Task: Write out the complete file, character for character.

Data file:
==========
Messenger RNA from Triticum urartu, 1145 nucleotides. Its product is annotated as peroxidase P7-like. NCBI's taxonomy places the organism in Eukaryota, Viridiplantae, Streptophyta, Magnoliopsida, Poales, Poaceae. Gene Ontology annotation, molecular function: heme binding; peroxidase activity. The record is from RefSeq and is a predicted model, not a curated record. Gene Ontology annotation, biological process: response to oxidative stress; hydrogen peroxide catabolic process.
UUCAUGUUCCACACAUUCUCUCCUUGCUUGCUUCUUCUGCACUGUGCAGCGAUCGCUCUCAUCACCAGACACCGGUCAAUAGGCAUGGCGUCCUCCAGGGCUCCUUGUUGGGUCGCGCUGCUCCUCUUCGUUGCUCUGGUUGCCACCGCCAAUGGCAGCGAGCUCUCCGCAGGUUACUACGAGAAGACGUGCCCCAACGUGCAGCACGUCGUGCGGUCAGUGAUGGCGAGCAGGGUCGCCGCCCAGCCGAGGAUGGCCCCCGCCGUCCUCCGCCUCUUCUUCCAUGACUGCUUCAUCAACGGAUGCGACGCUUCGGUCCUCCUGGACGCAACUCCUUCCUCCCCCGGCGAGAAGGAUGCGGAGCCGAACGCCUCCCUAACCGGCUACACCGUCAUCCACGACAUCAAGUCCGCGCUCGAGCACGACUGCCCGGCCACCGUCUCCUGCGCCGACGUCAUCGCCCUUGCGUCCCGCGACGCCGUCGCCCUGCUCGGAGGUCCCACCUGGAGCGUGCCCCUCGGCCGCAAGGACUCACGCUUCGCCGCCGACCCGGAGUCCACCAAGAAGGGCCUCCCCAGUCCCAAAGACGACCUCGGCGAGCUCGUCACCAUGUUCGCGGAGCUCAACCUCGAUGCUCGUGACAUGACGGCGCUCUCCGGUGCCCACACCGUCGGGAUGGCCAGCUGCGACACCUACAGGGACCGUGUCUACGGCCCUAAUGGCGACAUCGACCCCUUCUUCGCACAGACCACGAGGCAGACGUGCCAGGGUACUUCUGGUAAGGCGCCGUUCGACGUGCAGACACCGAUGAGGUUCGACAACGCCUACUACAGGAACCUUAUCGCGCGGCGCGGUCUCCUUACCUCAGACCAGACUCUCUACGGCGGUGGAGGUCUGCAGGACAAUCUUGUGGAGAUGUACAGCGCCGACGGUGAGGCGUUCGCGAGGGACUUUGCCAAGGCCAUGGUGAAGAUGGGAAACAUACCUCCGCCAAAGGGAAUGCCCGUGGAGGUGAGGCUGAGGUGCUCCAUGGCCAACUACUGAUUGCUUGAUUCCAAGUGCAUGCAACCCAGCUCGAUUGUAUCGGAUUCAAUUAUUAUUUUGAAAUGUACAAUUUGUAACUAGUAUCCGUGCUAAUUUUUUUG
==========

Messenger RNA from Triticum urartu, 1145 nucleotides. Its product is annotated as peroxidase P7-like. NCBI's taxonomy places the organism in Eukaryota, Viridiplantae, Streptophyta, Magnoliopsida, Poales, Poaceae. Gene Ontology annotation, molecular function: heme binding; peroxidase activity. The record is from RefSeq and is a predicted model, not a curated record. Gene Ontology annotation, biological process: response to oxidative stress; hydrogen peroxide catabolic process.
UUCAUGUUCCACACAUUCUCUCCUUGCUUGCUUCUUCUGCACUGUGCAGCGAUCGCUCUCAUCACCAGACACCGGUCAAUAGGCAUGGCGUCCUCCAGGGCUCCUUGUUGGGUCGCGCUGCUCCUCUUCGUUGCUCUGGUUGCCACCGCCAAUGGCAGCGAGCUCUCCGCAGGUUACUACGAGAAGACGUGCCCCAACGUGCAGCACGUCGUGCGGUCAGUGAUGGCGAGCAGGGUCGCCGCCCAGCCGAGGAUGGCCCCCGCCGUCCUCCGCCUCUUCUUCCAUGACUGCUUCAUCAACGGAUGCGACGCUUCGGUCCUCCUGGACGCAACUCCUUCCUCCCCCGGCGAGAAGGAUGCGGAGCCGAACGCCUCCCUAACCGGCUACACCGUCAUCCACGACAUCAAGUCCGCGCUCGAGCACGACUGCCCGGCCACCGUCUCCUGCGCCGACGUCAUCGCCCUUGCGUCCCGCGACGCCGUCGCCCUGCUCGGAGGUCCCACCUGGAGCGUGCCCCUCGGCCGCAAGGACUCACGCUUCGCCGCCGACCCGGAGUCCACCAAGAAGGGCCUCCCCAGUCCCAAAGACGACCUCGGCGAGCUCGUCACCAUGUUCGCGGAGCUCAACCUCGAUGCUCGUGACAUGACGGCGCUCUCCGGUGCCCACACCGUCGGGAUGGCCAGCUGCGACACCUACAGGGACCGUGUCUACGGCCCUAAUGGCGACAUCGACCCCUUCUUCGCACAGACCACGAGGCAGACGUGCCAGGGUACUUCUGGUAAGGCGCCGUUCGACGUGCAGACACCGAUGAGGUUCGACAACGCCUACUACAGGAACCUUAUCGCGCGGCGCGGUCUCCUUACCUCAGACCAGACUCUCUACGGCGGUGGAGGUCUGCAGGACAAUCUUGUGGAGAUGUACAGCGCCGACGGUGAGGCGUUCGCGAGGGACUUUGCCAAGGCCAUGGUGAAGAUGGGAAACAUACCUCCGCCAAAGGGAAUGCCCGUGGAGGUGAGGCUGAGGUGCUCCAUGGCCAACUACUGAUUGCUUGAUUCCAAGUGCAUGCAACCCAGCUCGAUUGUAUCGGAUUCAAUUAUUAUUUUGAAAUGUACAAUUUGUAACUAGUAUCCGUGCUAAUUUUUUUG